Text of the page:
Increasing house prices, limited housing supply, and problems of affordability characterise the housing market. 30 years of very limited new building in social rented housing have led to increasing numbers of households in private renting and renting for longer. Limited wage growth and risk aversion by banks since the financial crisis has meant that saving for a deposit has become more challenging.
The Help to Buy policy introduced by the Coalition government has tried to address this issue effectively reducing the amount that borrowers need to pay upfront. The Conservative party has indicated that it would retain this policy to 2020 if re-elected in 2015. Continue reading
Yesterday the Chancellor of the Exchequer of the UK, George Osborne, delivered his annual Budget speech. Just as the broadcast had concluded, a radio show a colleague was listening to was discussing the Budget and had spotted that ‘choice’ was a major theme in Osborne’s speech this year.
This got me thinking that we could compare this most recent speech with his five previous ones (between 2010 and 2014) to see if there are any other words or themes that emerge more prominently than before as the next election looms.
A quick keyword analysis reveals that the following words appear significantly more frequently in yesterday’s speech than Osborne’s previous ones combined:
National, debt, choose, truly, we, share, down, savings, falling, standards, statement, autumn, back, five, powerhouse, you, latest, challenges, row, ago.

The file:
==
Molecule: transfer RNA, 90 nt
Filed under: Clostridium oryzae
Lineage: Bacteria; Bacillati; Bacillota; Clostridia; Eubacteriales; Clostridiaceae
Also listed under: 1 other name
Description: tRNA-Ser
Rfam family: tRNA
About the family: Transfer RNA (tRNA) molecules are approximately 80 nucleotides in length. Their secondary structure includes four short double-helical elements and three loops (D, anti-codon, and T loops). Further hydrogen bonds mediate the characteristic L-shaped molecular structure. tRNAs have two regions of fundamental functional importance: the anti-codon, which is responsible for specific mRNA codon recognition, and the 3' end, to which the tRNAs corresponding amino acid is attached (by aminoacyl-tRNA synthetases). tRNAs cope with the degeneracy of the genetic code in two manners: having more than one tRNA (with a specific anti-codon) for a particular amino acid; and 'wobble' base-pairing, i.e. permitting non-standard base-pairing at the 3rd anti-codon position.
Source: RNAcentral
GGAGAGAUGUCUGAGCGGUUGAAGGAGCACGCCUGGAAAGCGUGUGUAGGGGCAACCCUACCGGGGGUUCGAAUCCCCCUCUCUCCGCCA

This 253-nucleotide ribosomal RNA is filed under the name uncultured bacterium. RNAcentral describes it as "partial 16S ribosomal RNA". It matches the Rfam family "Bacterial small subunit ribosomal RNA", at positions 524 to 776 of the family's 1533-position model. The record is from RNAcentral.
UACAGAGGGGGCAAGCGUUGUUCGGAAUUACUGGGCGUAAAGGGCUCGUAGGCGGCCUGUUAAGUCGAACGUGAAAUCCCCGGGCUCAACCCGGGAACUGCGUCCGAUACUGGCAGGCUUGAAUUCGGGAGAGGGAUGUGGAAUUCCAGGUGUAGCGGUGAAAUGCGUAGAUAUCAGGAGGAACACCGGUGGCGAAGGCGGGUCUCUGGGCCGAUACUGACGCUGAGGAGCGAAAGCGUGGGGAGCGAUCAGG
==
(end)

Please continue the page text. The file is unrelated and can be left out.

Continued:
As we gear up for the 2015 general election, EU issues are bound to feature prominently. Sadly, much of what is being said is hogwash, particularly when it comes to EU membership itself.
The Conservative Party has promised to hold a referendum on EU membership if it wins in 2015. UKIP has of course been long known for its opposition to the status quo. The party’s representatives take every opportunity to talk up the nefarious influence eurocrats have on the lives of ordinary people – from dictating our human rights to undermining our democratic traditions.
And now Nigel Farage is seeking to push for a referendum before Christmas.
The problem is, when British voters are told the choice is a simple in/out decision, they are being lied to. There will be multiple options on the table if the UK votes to exit. And to understand the implications of these, it is important to understand what being in the EU means for the UK.
There are a number of myths circulating about what membership of the EU really means and what would happen if the UK were to leave. Before the UK heads to the polls, we need to bust them. Continue reading
David Cameron has outlined his plans for the UK to become a nation of ‘full employment’. However, ‘full employment’ was also the aspiration, although never a formal target, of the previous Labour Government.
In a series of policy reviews in 2006 and 2007, including the Leitch Review of Skills, ‘full employment’ was defined as an 80% employment rate – which the then Secretary of State for Work and Pensions, Peter Hain, described as achievable “within a generation.” At the time, the UK employment was around 73% – it is now back up to this rate, according to the latest Labour Force Survey for October to December 2014. Continue reading